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I hope I'm not out of line or bringing up taboos or anything, but

http://cgi.ebay.com/1930s-ADOLF-HITL...item3f05aeda7a

I was shocked when I saw this on EBay at 500 bucks. For me, the joy of collecting hinges upon identifying with a player. Even with Joe Jackson, I can put aside the unsavory reputation and admire the ballplayer. Heck. I like guys with a bad reputation because there have been times in my life when I've been less than perfect.

Still, there's really no way I can identify with Adolph. I can't imagine anybody could. Unless this is going to become a part of a propaganda exhibit, I don't get it.
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Old 12-14-2010, 03:33 PM
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Default Jackson's Grand Jury Testimony

In Jackson's testimony before the Cook County Grand Jury, which is publicly available ( I have a copy), he clearly admits taking the money and it is also pretty clear he knew exactly what was going on. In fact, there is some discussion in the testimony that he was upset that others were paid more than he got and for that reason may have decided not to participate.
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Old 12-14-2010, 05:28 PM
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David Straate, Yes, it's offensive and we all know that some of our species' freaks of nature will collect anything.

But, Im at a loss... What the Hell does it have to do with Jackson?
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Old 12-14-2010, 05:42 PM
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Originally Posted by ALR-bishop View Post
In Jackson's testimony before the Cook County Grand Jury, which is publicly available ( I have a copy), he clearly admits taking the money and it is also pretty clear he knew exactly what was going on. In fact, there is some discussion in the testimony that he was upset that others were paid more than he got and for that reason may have decided not to participate.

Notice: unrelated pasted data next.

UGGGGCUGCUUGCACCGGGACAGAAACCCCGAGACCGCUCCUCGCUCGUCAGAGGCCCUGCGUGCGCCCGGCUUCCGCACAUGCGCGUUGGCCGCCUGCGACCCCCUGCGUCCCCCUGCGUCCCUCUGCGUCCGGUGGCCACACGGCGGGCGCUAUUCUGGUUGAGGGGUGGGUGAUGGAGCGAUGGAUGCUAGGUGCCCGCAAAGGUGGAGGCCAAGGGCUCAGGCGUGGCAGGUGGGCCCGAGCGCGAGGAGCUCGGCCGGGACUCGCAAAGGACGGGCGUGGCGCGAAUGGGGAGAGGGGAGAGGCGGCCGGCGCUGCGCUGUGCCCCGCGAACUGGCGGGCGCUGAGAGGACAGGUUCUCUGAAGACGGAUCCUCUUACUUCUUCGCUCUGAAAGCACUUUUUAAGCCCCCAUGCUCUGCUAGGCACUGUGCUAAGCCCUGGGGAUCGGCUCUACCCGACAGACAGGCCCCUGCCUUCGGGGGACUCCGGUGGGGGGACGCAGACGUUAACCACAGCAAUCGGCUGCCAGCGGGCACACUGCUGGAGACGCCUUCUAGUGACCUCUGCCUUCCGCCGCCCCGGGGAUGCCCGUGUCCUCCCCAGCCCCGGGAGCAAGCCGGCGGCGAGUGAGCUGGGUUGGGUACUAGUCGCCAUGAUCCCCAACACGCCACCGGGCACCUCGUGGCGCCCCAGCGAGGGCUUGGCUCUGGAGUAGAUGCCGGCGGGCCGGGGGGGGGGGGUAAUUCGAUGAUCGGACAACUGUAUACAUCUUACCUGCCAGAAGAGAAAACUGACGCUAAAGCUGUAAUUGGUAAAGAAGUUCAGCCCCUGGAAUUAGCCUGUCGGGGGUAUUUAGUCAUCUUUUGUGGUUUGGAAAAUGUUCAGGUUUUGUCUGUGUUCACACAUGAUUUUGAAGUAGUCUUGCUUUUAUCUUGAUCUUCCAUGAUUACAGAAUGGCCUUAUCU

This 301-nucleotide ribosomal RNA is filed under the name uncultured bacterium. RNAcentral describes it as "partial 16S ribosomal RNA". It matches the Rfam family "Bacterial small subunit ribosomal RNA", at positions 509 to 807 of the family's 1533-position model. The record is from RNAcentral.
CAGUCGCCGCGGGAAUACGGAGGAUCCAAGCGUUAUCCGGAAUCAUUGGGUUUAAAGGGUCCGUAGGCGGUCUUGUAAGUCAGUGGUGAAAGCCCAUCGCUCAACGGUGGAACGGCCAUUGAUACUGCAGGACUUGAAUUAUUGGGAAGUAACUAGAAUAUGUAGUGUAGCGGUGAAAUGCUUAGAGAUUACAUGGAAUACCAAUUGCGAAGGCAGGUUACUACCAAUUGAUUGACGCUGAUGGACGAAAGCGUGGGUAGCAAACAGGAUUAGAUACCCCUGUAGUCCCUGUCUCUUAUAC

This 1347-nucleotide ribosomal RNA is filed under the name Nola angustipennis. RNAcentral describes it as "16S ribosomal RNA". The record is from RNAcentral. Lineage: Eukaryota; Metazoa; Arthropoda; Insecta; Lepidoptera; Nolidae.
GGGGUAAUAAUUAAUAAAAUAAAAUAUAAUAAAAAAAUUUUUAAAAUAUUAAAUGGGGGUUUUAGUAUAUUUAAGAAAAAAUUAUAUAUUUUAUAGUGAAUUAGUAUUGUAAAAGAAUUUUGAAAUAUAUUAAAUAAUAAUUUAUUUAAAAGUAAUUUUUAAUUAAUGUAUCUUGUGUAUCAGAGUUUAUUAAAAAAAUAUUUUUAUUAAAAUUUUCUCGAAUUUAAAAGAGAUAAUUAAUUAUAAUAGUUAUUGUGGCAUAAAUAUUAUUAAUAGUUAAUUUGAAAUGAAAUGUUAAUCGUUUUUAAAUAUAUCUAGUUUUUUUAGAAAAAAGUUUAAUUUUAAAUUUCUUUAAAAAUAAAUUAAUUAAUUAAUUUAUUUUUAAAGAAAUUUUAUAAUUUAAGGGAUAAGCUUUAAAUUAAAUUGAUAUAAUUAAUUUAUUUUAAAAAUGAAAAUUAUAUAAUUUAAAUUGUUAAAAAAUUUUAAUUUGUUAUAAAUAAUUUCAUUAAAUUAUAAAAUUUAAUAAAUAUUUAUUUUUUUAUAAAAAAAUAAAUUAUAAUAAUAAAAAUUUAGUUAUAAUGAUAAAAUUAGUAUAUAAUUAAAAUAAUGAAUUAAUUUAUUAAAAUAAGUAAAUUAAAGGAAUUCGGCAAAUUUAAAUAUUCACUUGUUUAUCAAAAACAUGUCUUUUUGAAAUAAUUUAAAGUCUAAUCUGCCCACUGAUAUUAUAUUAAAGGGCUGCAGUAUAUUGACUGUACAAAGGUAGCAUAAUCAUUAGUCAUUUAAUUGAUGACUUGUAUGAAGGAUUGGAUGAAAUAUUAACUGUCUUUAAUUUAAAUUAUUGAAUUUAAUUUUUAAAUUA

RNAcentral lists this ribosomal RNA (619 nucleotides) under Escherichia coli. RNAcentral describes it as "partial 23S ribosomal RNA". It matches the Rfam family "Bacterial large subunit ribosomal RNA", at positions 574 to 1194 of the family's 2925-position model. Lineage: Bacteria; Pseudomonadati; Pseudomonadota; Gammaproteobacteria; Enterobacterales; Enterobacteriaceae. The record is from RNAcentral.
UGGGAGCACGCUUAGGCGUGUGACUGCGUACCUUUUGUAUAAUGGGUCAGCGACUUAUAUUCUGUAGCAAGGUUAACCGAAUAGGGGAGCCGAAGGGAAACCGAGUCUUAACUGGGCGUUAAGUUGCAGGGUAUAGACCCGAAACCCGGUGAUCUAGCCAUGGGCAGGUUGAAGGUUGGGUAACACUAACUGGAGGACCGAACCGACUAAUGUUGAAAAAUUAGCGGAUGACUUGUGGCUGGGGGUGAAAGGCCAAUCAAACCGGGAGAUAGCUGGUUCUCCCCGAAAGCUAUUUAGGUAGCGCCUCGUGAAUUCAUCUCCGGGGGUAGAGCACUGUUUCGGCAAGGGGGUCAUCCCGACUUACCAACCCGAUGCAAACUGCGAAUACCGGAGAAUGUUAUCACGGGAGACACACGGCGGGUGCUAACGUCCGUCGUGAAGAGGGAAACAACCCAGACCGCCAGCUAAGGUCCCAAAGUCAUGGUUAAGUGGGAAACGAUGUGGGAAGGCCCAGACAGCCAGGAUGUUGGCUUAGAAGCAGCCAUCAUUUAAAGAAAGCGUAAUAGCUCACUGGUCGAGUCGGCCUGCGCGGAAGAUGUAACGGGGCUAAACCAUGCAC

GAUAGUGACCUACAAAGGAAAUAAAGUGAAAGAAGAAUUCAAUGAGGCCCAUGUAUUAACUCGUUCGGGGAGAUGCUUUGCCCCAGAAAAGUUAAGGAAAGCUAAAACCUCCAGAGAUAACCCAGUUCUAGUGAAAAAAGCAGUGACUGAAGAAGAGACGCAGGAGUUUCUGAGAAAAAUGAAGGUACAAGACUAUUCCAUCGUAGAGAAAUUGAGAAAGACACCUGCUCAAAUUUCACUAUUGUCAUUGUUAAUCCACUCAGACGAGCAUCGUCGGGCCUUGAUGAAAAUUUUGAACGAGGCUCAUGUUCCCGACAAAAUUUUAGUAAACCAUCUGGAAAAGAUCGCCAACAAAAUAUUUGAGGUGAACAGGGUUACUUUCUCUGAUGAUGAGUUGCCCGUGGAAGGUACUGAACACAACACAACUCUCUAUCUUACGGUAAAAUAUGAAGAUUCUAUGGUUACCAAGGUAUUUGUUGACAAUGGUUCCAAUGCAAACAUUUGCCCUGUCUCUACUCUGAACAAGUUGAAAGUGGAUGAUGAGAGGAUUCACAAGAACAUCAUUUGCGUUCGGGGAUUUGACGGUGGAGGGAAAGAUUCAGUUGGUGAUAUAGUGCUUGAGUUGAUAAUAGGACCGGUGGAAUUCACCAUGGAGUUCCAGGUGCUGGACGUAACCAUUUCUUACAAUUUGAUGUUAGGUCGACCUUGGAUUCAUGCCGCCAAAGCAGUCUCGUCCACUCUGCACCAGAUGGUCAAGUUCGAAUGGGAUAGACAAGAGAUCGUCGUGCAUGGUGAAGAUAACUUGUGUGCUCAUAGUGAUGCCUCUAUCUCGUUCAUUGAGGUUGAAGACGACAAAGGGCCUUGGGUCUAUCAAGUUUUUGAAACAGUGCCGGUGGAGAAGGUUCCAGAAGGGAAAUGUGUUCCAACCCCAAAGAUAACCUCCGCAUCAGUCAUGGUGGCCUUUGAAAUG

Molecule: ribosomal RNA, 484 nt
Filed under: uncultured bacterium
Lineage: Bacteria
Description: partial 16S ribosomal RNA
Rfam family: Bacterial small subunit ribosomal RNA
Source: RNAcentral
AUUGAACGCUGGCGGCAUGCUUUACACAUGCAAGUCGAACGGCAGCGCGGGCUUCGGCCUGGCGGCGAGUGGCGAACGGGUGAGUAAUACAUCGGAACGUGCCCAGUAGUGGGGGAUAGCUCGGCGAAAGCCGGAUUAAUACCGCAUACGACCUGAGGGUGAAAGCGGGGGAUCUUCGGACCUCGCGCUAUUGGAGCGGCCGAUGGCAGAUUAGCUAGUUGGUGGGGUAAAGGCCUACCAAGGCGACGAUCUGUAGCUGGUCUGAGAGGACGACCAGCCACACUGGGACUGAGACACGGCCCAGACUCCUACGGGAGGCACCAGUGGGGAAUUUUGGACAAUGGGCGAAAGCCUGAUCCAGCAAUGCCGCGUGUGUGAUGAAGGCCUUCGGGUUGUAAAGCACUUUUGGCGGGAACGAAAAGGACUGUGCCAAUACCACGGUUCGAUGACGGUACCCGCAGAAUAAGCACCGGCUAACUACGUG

I'm admittedly not an expert on the topic, but I believe he retracted the admission not too long after.

One other point - taking the money but not changing how he played in the games is very different then actually throwing a game. Granted, as a policy, the league must enforce the former, because it would be near impossible to prove that a player struck out on purpose, but the integrity of the game is only actually impacted by the latter.
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Last edited by Matt; 12-14-2010 at 05:43 PM.
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Old 12-15-2010, 12:05 PM
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David Straate, Yes, it's offensive and we all know that some of our species' freaks of nature will collect anything.

But, Im at a loss... What the Hell does it have to do with Jackson?
I guess, more than anything, I have no issues collecting cards of a guy that may/may not have fixed games when there's a market for cards from the worst guy in all of humanity. To be entirely honest, I saw that card after reading this thread and thought that if people collect his artifacts, then Joe's supposed transgressions pale in comparison. I didn't intend to offend you. I just couldn't believe that when I saw it.
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Old 12-15-2010, 04:15 PM
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Stop protecting these clowns, plenty of guys are worth our admiration that didn't go that way, we all know which ones did and which ones didn't.

We do??
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Old 12-15-2010, 08:01 PM
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As pretty much stated already, people love infamy.

I don't know much about non-sports cards, but I do know the Hitler cards in the Horrors of War set have a heck of a higher demand and price.
Also the good old 1956 Adventure set. Any non-boxing card hardly has any value, the boxers go for $10-20, but throw out a Schmelling (Swastika) and you in the $500 range.


The worst thing that could happen to the value of Jackson cards, would be IF he was inducted in the HOF.


A lot of no-goodness is now baseball legend: From the 1876 Louisville Four to the 1890's Baltimore Orioles (they not only worked the Balt. chop, and the hit and run, but were also famous for cutting across the infield when going from 1st to 3rd), to the Phillies in early 1900's using electric buzzers and Morse code at 3rd base coaching box, Etc. Etc.


A very notable amount of games were fixed, the Black Sox was just an ultimate zenith. Not saying it's right, just that it was (or is).


My favorite answer to cheating allegations was when early 1900 middleweight Philadelphia Jack O'Brien was accused of throwing fights. His response was something like: "Yes, I have thrown many fights in my career. I have fought Bob Fitzsimmon, Marvin Hart, Tommy Burns, Stanley Ketchel, and Jack Johnson. Who do you want to talk about first ??" All charges were dropped !!